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CSR: Using Solar Energy To Combat Light Poverty

Solar Street Lights

With the non-renewable energy resources extinguishing at an alarming rate, while the demand for energy increasing even faster, it is time to explore alternate energy options. We have been blessed with tremendous energy sources that are natural and available for free which we fail to utilize productively. Sun is a huge example for that.

Sun is a constant source of energy available for every individual. There is innovation and technology already in place to save this energy to reuse it later. The diminishing non-renewable sources make it a privilege for poor to have electricity. Switching to solar would not only help in reducing the electricity poverty but also enlighten the lives of the people living below poverty line.

Working on cue, the government of India has installed solar street lights in Khariya Sodha village in Pali district of Rajasthan. Shri P.P. Chaudhary, Hon’ble Minister of State, Law & Justice and Ministry of Corporate Affairs, Government of India, inaugurated these lights underscoring PricewaterhouseCoopers (PwC) India Foundation’s commitment towards the underprivileged section of society that has limited access to reliable electrical lighting.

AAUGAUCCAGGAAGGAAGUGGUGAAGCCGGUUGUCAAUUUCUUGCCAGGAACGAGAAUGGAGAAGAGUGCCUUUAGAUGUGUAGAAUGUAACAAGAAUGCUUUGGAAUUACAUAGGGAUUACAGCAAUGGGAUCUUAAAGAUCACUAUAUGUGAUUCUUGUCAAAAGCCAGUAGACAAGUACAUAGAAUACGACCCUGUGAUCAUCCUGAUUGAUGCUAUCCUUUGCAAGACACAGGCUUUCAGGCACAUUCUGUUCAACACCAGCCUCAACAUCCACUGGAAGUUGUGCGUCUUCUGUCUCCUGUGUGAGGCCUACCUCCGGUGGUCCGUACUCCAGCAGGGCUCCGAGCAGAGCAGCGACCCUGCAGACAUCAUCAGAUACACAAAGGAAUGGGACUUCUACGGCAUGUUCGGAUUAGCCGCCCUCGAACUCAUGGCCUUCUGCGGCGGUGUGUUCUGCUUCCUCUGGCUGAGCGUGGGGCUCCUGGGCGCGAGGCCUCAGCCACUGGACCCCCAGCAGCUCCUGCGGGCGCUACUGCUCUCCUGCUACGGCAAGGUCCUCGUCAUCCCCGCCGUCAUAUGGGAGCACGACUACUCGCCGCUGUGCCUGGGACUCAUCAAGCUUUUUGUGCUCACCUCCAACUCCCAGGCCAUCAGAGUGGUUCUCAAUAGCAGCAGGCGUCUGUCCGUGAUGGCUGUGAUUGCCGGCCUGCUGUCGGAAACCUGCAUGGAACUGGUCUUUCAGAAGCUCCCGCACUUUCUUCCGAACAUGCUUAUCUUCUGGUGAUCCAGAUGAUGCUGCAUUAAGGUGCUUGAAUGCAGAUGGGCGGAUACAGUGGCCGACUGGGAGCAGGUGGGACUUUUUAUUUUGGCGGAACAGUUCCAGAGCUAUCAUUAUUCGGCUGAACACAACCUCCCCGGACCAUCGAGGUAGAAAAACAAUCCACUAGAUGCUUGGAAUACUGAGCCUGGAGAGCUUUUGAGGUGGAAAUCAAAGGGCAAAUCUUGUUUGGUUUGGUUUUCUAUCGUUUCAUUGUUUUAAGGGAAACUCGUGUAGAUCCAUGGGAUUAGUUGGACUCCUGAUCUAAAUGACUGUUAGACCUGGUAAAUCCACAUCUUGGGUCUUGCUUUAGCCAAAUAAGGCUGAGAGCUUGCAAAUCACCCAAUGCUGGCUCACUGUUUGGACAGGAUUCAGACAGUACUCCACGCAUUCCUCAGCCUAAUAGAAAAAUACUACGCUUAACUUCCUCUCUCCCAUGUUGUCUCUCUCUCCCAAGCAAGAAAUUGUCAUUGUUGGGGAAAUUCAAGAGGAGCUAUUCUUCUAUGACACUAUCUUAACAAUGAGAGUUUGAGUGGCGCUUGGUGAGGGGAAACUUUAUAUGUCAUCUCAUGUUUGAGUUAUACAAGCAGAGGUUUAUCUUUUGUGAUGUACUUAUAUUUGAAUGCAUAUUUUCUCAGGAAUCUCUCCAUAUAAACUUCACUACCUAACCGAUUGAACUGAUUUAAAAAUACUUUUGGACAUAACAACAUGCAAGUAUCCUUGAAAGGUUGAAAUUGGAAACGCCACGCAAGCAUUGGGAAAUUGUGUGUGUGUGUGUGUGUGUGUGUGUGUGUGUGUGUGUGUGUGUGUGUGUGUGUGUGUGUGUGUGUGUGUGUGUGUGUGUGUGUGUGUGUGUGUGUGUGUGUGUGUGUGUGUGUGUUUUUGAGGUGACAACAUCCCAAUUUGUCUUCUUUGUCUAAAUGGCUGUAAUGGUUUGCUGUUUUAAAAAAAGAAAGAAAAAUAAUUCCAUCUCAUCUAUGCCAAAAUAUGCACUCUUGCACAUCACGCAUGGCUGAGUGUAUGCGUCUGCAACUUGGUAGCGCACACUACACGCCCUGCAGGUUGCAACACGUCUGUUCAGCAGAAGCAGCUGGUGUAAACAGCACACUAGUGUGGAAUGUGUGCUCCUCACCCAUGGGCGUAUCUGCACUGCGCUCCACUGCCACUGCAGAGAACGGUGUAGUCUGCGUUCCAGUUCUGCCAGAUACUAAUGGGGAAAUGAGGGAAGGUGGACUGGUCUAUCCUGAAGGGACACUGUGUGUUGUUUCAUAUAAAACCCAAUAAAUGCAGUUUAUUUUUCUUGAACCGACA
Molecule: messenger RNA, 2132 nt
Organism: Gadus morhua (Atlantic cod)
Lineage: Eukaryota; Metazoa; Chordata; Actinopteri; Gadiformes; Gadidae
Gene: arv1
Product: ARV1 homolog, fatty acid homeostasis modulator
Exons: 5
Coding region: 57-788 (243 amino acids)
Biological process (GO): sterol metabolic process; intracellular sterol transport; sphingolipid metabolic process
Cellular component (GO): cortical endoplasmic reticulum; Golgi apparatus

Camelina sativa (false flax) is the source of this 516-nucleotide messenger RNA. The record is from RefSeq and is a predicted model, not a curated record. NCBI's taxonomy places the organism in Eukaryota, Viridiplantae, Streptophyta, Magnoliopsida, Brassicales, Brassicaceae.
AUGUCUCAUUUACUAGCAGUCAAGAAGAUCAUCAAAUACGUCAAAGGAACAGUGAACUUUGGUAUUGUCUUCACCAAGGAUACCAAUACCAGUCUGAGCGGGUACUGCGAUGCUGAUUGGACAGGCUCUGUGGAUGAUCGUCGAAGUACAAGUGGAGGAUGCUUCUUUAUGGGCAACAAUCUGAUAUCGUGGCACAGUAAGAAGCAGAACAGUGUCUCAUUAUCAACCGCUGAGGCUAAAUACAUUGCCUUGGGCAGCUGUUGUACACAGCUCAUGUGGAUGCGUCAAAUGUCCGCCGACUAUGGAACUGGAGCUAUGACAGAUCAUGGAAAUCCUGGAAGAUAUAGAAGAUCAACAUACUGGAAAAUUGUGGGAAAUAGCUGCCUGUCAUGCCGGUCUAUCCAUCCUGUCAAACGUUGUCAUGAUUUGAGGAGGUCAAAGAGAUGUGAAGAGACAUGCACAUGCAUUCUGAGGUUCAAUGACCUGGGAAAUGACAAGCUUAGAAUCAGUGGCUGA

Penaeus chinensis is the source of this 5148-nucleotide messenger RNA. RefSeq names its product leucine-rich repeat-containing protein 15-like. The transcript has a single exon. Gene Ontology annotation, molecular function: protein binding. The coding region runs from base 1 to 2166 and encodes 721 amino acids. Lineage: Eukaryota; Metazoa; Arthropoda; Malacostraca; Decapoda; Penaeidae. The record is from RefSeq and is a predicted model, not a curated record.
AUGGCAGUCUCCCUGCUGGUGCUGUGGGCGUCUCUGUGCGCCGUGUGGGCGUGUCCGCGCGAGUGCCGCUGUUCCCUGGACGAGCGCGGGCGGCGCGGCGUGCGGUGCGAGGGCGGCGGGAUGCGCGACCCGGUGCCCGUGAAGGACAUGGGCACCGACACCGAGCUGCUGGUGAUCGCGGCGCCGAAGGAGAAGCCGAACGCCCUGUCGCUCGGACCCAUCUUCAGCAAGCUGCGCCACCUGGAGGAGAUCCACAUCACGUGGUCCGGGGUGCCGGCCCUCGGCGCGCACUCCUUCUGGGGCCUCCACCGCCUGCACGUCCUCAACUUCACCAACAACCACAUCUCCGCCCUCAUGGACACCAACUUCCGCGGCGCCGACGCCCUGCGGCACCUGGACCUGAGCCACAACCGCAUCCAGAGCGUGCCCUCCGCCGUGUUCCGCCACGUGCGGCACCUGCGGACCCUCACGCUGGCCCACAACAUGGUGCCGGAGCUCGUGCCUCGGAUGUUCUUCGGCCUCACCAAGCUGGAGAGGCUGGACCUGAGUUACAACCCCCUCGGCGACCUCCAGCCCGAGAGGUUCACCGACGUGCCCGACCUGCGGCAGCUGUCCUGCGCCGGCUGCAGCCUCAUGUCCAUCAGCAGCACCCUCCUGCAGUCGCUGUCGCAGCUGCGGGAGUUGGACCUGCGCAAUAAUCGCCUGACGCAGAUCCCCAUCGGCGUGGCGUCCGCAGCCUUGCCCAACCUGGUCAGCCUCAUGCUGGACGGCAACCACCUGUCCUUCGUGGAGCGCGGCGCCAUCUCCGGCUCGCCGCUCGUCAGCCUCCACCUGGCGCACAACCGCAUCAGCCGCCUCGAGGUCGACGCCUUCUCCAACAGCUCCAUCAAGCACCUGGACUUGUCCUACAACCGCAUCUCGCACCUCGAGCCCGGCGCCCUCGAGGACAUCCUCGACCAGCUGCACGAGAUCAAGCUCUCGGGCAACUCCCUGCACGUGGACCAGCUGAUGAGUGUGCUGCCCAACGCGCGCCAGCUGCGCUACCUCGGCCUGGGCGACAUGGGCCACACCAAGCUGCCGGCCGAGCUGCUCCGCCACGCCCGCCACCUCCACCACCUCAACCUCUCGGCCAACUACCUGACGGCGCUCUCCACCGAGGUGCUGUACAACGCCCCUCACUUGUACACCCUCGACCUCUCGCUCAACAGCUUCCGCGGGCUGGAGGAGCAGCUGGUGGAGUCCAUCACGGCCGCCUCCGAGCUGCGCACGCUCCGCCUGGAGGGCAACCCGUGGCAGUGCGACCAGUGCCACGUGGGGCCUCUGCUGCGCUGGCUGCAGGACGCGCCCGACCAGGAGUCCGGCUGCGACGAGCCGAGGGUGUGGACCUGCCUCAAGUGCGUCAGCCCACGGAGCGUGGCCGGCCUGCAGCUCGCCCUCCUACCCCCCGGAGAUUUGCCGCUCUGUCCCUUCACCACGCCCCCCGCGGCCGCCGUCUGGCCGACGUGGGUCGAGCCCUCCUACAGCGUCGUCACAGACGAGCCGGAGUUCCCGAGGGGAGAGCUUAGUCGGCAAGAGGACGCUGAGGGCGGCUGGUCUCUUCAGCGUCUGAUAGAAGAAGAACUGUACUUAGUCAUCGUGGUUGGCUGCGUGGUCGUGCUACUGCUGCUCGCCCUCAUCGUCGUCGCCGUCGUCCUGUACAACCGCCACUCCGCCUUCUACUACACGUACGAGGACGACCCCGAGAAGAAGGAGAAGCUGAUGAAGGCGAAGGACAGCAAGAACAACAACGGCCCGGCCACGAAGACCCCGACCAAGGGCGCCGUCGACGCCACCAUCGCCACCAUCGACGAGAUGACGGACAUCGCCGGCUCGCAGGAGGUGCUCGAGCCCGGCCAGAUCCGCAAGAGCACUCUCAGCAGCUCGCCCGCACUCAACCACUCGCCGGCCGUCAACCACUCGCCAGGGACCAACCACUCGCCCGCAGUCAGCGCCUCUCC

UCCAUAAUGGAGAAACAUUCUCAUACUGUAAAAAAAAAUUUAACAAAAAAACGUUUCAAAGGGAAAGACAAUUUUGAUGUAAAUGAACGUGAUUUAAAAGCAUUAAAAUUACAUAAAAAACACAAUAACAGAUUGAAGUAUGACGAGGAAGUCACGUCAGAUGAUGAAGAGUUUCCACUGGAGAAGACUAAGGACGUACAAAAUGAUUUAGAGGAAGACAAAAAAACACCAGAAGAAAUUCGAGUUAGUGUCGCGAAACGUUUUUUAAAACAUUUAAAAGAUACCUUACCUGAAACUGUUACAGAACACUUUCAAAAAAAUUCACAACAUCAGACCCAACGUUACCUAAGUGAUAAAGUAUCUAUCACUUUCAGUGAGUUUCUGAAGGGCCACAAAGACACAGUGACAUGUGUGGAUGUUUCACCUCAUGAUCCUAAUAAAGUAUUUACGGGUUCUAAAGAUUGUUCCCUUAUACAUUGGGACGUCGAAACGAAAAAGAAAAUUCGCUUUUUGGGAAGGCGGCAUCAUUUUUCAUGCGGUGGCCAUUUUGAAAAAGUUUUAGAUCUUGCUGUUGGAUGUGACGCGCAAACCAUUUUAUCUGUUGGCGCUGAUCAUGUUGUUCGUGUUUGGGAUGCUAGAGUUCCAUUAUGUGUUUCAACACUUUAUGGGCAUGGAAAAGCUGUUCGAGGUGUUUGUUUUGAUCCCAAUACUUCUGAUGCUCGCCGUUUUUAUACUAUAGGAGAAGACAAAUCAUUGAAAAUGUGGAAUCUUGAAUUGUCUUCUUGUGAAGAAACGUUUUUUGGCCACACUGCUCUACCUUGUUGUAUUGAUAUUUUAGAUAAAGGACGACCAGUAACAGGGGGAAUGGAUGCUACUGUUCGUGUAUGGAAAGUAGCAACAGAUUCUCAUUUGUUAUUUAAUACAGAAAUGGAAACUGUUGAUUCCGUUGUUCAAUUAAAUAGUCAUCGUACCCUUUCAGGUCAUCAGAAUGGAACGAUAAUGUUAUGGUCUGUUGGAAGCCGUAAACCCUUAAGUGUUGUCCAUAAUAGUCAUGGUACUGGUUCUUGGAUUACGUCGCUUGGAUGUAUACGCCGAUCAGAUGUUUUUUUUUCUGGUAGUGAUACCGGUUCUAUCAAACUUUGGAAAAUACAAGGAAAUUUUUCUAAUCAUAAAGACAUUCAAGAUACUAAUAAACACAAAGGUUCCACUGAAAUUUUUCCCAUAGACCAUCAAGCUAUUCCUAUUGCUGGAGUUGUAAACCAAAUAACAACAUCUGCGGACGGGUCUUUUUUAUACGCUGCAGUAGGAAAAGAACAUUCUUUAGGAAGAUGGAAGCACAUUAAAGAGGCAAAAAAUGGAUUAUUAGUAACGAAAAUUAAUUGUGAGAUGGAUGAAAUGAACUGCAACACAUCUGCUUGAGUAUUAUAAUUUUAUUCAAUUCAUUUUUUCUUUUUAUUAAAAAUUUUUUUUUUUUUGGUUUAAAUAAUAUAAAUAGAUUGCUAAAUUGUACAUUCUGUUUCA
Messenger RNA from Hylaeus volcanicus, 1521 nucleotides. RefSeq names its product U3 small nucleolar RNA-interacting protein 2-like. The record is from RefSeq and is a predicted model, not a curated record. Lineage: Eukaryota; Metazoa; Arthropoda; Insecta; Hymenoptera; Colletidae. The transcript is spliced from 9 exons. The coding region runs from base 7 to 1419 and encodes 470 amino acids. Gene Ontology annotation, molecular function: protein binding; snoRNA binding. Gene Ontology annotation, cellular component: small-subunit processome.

This is a welcome move as the Hon’ble Union Minister of Petroleum and Natural Gas, Shri Dharmendra Pradhan, observed at the World Economic Forum, that India has a strong focus on renewable energy sources.

“We are always looking for opportunities to help communities with their most basic needs. With this view in mind, we decided to provide public lighting to villages in Pali and hope that this initiative addresses safety concerns, is able to enhance the lives of the local community and make solar lighting a more acceptable way to eradicate light poverty,” said Jaivir Singh, Vice Chairman, PwC India Foundation.

Expected to benefit over 5000 individuals, the project is part of the Foundation’s corporate responsibility initiatives that aims to enhance public lighting facilities in an environment friendly manner in six villages, across Pali district.

The draft National Electricity Plan Dec 2016 predicts that 57% of the total electricity capacity in India will come from non-fossil sources by 2027. Non-fossil consists Hydro, Nuclear and Renewable Energy Sources.

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The CSR Journal Team